Let's talk home remedies, shall we?* Wait, that's too broad. Let's narrow it down and just talk about mustard as a home remedy. Mustard is tasty, and it's a great example of the pros and cons of time honored tradition in medicine.
Mustard has been used as a cure-all for thousands of years. According to the internet it was used by the ancient Greeks, and even today it hasn't entirely died out as a treatment for colds, bronchitis, asthma, arthritis, and sundry other aches and pains. Dang, if it's lasted that long, there must be something to it, right? Except . . . We already know that appeal to age is ared herring. I mean, we've been using wheels for thousands of years because they kick ass, we've been killing each other for thousands of years because we're assholes. So clearly, "we've always done it" isn't enough reason to keep doing it.
It's supposed to work like this: you smash up some mustard seeds (usually black mustard, not to be confused with Indian mustard or white mustard**) and mix them with flour and water, or possibly eggwhite, and occasionally some other herbs or spices--it's one of those 'everyone has their own recipe' things--and spread it on some cloth. Then you put the cloth on your chest (for colds and lung troubles) or whatever body part hurts (for arthritis and aches. duh.). And it's supposed to make you feel better. Why? There are a couple of theories.
First, mustard plasters do tend to produce irritating fumes that might make your nose run and whatnot, which might clear up a stuffy head. Second, mustard is a rubefascient (ooh, vocabulary!)--it makes your skin red by dilating your capillaries wherever the plaster is sitting. Some people think the extra blood flow helps your body flush toxins. Or . . . all that irritation and redness gives you something new to think about, effectively distracting you from your original pain. This, by the way, is also the theory behind stuff like Ben Gay and Icy Hot.
Does it work? Nobody knows. When you look it up from the modern science angle you get a whole lot of 'not enough information' and 'not scientifically verified.' Oh, and you also get a lot of side effect warnings. Remember the irritating fumes? In overly strong doses they feel like tear gas. And if you leave a mustard plaster on too long it'll cause blisters and burns. Oops. So . . . even if it was proven effective, you might want to choose something safer, ya know? Because yikes! Mustard burns look awful.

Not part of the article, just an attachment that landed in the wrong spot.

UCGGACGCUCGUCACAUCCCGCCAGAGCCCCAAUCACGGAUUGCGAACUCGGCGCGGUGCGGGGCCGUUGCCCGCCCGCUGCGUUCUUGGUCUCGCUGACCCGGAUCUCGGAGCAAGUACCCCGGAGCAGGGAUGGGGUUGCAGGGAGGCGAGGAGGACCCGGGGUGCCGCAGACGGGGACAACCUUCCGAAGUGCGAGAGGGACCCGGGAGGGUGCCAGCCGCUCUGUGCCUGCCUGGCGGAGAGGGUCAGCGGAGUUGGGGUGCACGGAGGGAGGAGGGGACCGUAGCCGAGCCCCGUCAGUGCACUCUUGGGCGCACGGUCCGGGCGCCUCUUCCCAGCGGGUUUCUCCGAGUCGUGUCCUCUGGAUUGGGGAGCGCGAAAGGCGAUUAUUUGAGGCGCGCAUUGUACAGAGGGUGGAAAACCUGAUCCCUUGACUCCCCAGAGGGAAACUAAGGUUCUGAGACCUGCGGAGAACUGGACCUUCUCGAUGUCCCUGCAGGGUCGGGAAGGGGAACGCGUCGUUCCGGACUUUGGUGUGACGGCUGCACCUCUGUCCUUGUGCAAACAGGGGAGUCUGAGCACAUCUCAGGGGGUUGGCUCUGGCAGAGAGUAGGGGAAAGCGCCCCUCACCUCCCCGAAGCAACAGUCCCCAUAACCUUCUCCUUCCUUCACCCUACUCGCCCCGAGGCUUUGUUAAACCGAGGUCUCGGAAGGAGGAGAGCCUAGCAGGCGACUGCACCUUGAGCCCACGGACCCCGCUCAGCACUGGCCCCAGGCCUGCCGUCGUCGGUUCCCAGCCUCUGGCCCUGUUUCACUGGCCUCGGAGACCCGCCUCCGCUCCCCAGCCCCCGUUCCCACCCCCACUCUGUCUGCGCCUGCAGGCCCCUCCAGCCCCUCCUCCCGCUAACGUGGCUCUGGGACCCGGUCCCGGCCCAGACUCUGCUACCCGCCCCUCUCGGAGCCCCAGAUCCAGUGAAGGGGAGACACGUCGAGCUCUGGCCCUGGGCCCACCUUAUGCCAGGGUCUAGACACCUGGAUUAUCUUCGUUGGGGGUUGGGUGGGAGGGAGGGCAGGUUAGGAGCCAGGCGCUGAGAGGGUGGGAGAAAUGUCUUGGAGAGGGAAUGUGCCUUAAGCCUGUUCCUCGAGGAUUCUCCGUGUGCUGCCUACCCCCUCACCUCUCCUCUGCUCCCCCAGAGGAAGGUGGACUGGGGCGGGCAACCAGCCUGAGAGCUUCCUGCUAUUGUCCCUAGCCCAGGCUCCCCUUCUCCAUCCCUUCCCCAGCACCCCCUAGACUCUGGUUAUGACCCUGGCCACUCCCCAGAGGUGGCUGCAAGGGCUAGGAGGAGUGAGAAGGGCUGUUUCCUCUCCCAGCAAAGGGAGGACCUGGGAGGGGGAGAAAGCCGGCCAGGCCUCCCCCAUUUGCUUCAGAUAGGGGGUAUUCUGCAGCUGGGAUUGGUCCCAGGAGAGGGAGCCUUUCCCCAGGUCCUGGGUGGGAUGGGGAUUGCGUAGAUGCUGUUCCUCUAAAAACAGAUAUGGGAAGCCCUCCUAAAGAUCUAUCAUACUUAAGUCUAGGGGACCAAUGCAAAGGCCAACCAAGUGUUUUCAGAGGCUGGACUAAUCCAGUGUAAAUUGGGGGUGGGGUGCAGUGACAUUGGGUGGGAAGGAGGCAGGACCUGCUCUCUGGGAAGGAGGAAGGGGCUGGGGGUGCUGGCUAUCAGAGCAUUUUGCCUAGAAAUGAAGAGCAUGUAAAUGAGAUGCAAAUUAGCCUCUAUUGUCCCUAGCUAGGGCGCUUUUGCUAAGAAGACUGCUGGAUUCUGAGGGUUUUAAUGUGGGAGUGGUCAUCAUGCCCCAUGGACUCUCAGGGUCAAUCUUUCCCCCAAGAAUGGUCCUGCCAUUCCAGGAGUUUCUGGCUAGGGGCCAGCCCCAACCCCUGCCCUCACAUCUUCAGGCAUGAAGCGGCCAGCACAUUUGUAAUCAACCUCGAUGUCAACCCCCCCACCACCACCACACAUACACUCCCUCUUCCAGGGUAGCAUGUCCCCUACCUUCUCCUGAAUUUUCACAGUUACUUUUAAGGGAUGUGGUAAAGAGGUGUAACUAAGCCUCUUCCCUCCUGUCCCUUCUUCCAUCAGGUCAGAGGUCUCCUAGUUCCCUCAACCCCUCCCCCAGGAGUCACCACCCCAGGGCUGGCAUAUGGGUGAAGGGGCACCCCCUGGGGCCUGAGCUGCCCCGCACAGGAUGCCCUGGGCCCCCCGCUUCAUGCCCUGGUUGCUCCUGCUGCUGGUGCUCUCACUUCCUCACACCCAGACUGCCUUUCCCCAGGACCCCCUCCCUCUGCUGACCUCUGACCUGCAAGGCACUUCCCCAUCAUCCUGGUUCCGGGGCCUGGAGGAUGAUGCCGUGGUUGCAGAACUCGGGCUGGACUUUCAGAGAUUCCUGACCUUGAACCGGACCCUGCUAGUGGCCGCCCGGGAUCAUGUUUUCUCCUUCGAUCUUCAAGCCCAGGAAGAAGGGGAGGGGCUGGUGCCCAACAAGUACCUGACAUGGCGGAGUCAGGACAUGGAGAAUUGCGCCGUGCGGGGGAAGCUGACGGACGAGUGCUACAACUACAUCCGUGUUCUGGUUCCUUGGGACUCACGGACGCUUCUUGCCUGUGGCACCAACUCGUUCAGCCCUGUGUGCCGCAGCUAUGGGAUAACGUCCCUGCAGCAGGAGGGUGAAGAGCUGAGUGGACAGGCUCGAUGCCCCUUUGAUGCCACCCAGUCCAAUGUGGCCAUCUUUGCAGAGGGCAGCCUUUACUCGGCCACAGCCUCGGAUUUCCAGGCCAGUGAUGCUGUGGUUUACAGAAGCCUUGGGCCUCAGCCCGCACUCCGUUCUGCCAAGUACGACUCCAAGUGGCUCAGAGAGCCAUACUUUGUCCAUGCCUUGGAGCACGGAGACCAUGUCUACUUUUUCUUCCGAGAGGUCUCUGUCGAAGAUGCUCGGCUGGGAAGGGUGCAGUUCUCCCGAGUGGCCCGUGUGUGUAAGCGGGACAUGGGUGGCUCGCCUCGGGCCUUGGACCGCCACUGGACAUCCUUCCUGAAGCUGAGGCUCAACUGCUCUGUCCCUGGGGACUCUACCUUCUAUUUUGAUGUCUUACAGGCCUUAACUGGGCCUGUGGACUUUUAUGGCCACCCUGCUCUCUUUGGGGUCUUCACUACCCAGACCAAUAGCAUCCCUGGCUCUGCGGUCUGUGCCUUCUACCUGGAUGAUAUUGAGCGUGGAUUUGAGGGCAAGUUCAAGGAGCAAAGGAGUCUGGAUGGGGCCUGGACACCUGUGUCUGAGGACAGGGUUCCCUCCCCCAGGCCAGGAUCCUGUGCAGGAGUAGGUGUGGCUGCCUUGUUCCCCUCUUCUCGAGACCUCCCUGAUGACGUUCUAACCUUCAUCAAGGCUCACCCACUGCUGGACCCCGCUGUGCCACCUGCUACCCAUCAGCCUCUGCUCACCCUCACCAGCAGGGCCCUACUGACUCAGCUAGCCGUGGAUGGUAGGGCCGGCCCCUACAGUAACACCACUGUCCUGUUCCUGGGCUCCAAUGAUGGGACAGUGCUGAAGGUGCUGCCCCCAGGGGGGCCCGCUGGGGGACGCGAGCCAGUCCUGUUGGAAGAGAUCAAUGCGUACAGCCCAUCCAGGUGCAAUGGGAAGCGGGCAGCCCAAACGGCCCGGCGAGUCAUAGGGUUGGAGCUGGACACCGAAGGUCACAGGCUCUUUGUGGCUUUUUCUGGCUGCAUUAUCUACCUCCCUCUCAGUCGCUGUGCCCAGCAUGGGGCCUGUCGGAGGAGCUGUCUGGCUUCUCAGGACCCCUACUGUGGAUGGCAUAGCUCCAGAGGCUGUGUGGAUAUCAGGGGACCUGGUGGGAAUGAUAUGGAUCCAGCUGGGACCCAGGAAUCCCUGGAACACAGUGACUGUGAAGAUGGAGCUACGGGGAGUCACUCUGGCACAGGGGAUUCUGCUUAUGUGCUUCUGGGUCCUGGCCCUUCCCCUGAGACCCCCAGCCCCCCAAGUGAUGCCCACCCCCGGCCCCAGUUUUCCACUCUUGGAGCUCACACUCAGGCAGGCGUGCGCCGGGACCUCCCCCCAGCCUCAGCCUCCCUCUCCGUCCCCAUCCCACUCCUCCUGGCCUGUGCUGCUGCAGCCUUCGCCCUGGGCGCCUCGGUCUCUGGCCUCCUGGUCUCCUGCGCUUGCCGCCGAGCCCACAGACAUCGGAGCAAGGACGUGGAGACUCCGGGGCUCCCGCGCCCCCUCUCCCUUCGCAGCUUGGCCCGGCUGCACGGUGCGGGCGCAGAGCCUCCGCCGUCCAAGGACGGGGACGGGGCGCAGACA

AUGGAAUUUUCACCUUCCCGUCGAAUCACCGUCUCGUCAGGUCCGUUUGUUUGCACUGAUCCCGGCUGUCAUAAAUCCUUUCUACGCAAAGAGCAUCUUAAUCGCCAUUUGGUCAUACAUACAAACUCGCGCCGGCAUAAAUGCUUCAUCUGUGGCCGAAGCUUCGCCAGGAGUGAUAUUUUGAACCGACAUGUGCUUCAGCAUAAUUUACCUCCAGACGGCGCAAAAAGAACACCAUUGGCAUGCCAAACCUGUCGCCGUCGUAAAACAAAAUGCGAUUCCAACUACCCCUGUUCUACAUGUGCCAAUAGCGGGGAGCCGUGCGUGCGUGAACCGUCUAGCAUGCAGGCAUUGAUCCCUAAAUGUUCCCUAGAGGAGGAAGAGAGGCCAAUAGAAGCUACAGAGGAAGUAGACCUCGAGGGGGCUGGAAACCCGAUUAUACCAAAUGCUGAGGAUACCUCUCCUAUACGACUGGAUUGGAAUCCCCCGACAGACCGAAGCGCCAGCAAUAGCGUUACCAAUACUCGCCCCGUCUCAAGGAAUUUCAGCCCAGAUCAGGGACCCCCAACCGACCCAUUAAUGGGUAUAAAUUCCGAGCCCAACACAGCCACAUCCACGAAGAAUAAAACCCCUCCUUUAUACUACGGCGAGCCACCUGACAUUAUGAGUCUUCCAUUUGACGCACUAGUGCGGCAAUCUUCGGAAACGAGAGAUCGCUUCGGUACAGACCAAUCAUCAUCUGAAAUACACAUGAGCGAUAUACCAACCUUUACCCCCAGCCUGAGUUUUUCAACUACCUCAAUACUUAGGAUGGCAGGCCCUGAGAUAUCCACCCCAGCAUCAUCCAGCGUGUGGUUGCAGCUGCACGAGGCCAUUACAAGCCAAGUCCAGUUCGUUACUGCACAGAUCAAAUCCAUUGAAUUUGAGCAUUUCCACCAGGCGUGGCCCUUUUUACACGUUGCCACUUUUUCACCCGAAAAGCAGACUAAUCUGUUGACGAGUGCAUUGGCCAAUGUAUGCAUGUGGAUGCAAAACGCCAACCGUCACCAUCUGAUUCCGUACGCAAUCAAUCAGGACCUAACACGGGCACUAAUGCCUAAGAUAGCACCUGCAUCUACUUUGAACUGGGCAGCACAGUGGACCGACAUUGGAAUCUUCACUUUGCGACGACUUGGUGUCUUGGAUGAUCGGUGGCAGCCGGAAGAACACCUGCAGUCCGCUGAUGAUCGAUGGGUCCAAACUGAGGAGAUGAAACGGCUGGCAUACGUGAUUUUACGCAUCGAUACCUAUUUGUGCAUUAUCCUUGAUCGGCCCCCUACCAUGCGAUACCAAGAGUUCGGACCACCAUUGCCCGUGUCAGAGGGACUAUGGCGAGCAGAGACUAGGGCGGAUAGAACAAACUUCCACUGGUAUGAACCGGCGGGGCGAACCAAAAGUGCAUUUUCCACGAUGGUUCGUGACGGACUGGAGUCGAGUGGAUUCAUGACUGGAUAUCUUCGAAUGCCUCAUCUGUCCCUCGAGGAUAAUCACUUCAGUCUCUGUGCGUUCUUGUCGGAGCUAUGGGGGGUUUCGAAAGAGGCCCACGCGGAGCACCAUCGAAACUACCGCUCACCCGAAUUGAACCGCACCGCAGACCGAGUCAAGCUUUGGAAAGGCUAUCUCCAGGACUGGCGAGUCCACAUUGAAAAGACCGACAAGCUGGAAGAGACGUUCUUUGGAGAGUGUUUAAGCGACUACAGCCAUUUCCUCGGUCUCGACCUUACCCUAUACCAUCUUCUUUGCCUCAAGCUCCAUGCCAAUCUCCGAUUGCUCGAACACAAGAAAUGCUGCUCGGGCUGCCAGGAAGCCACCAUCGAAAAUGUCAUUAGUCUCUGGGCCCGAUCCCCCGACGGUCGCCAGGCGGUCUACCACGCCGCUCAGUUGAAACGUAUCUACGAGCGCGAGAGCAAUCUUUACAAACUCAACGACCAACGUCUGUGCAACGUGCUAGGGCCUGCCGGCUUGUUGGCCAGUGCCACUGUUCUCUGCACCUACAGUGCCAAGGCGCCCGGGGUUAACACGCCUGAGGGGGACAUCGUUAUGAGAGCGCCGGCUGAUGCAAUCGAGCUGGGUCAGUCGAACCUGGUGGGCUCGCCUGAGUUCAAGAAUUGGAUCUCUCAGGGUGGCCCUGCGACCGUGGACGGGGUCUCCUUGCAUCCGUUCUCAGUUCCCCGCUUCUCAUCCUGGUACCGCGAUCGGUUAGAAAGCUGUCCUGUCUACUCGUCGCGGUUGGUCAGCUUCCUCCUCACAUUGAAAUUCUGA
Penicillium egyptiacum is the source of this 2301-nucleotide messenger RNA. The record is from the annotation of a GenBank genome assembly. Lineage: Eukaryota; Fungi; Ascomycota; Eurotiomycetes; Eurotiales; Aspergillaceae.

Which, by the way, is a point against the whole 'natural things are safer' idea. But there was a shining, crazy moment (okay, the 19th century is more than a moment) where this stuff was held up as cutting edge medicine, right along with bloodletting and induced vomiting. Back then, college educated doctors didn't have much more science in their heads than your grandma, and these remedies clearly did something, and for a while there it seemed vitally important that a treatment make something happen, whether or not that something was actually helpful or not.
Sorry, that was a bit off topic; I'm just fascinated by that whole era of heroic medicine. It was usually the opposite of helpful, but it was so impressively unhelpful that people flocked to the doctors who specialized in these treatments. And I now realize that I do have a point to this--alternative medicine works like that--it's usually unhelpful, but it's unhelpful in a way that makes you feel good about yourself, so it's become big business. But back in the heroic medicine days, Heroic mustard plasters were competing against equally unhelpful home-made mustard plasters, and today Herbalist mustard plasters are competing against antibiotics and Tylenol and a host of other scientifically verified remedies. It's just no contest. Or it shouldn't be, anyway. Definitely not with mustard. It's still delicious on a sandwich, though.
*This is strep-related only in the vaguest way. I actually feel much better now (Yay!). But I promise to take my antibiotics until they're all gone.
**I know, right? I always thought mustard came in Dijon, Deli, and yellow.
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